Kindred reports improving uptake of RG tools
The report was published today (15 March) and set out a number of Kindred’s sustainability and gambling harm prevention efforts, including a look at how its gambling harm prevention tools were used in 2021.
Out of all its customers in 2021, 9% of them made use of Kindred’s deposit limits, up from 7.2% in 2020. A total of 4% of customers self-excluded for less than six months, up from 3%.
However, the percentage of customers that self excluded for more than six months, or indefinitely, was slightly lower in comparison at 3.9%, rising from 2.9% in 2020.
Its reality check tool, which sets reminders at 30-minute, 60-minute or 90-minute intervals, was used by 2% of customers compared to 1.7% year-on-year.
Product blocks, where players can restrict access to certain gaming products, were used by 1.6% of customers – up from 1.3% – while 0.6% of customers used loss limits, an increase from 0.5%.
Out of customers flagged by PS-EDS, the percentage that opted to use almost every tool rose on average.
Since its deployment in January 2018 to December 2021, the amount of customers identified by PS-EDS that were self-excluding for more than six months rose from 17% to 33.9%. This total was also up 22.9% from the launch of PS-EDS in 2018.
A total of 34.4% of players who were flagged used deposit limits, up from 18.7% from 2020.
Meanwhile 12.7% of flagged customers self-excluded for less than six months, almost double the 6.6% identified in 2020.
Self-exclusion for a period over six months also grew, from 6.6% in 2020 to 7.1% in 2021. In addition, 6.6% of flagged customers used the product block tool, a rise from 5.7%.
Reality checks and loss limits were the only tools used by fewer flagged customers in 2021 than in 2020. A total of 1.1% of flagged customers used reality checks, down from 2%, while 2.5% of customers identified by the tool implemented loss limits, down from 2.8%.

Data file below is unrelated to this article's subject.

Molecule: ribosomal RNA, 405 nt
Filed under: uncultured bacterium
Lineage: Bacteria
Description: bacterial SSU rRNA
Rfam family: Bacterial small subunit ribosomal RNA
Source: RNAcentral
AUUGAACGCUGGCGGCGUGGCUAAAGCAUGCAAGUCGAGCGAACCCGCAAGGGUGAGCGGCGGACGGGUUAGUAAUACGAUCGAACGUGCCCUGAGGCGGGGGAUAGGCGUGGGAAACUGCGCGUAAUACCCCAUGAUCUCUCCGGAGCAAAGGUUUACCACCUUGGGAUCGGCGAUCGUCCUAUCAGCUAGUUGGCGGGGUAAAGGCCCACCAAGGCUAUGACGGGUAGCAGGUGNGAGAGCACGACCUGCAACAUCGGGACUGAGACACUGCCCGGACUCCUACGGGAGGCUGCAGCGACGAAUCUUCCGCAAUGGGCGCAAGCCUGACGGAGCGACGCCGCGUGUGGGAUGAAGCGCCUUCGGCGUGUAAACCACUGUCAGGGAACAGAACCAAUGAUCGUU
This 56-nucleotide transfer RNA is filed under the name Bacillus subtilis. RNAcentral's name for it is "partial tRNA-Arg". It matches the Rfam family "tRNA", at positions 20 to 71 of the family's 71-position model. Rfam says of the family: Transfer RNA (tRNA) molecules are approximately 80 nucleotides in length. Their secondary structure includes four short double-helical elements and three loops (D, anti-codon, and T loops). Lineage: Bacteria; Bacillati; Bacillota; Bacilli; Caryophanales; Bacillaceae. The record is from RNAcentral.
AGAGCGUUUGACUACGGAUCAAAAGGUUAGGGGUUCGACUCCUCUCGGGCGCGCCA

The report also included a rundown of Kindred’s regulatory landscapes in 2021, including examining where the business stood in the Netherlands and Norway.
Kindred ceased activity in the Netherlands on 30 September 2021, the day before the country’s online gaming market opened on 1 October, until it receives a licence from the Netherlands’ gaming regulator de Kansspelautoriteit.
Kindred submitted a licence application in the fourth quarter of 2021 and aims to enter the market in 2022.
The report hailed Norway as having a “volatile enforcement and policy climate”, stating that the country’s draft Gambling Act will effectively “strengthen the current exclusive rights of Norsk Tipping and Norsk Rikstoto to offer gambling”.
Last month the Norwegian Gambling Authority ordered Kindred to withdraw from offering gambling in the country, stipulating a NOK1.2m (£99,447/€118,649) fine per day if the activity continues.
Kindred argued that it was not violating Norwegian law and would therefore not withdraw.
“While the industry made important progress in relation to responsible gaming initiatives and self-imposed advertising restrictions, the negative public perception towards online gambling remains omnipresent and has resulted in additional restrictions such as marketing limitations, bonus bans, financial limits for the customer and blank limits on gameplay level across various key markets,” read the report.
“The industry still has a long road ahead to turn the tide and Kindred has, now more than ever, taken on a leadership role by continuing to build on its Journey Towards Zero and communicate transparently about its milestones in the hopes of creating a constructive dialogue between all actors in the field.”
Last month Kindred emphasised the need for evidence-based debates in relation to the Gambling Act Review.
The same month Kindred released its fourth quarter 2021 financial results, in which it revealed that 4% of its revenue came from problem gambling, as it moves towards its target of no harmful revenue by 2023.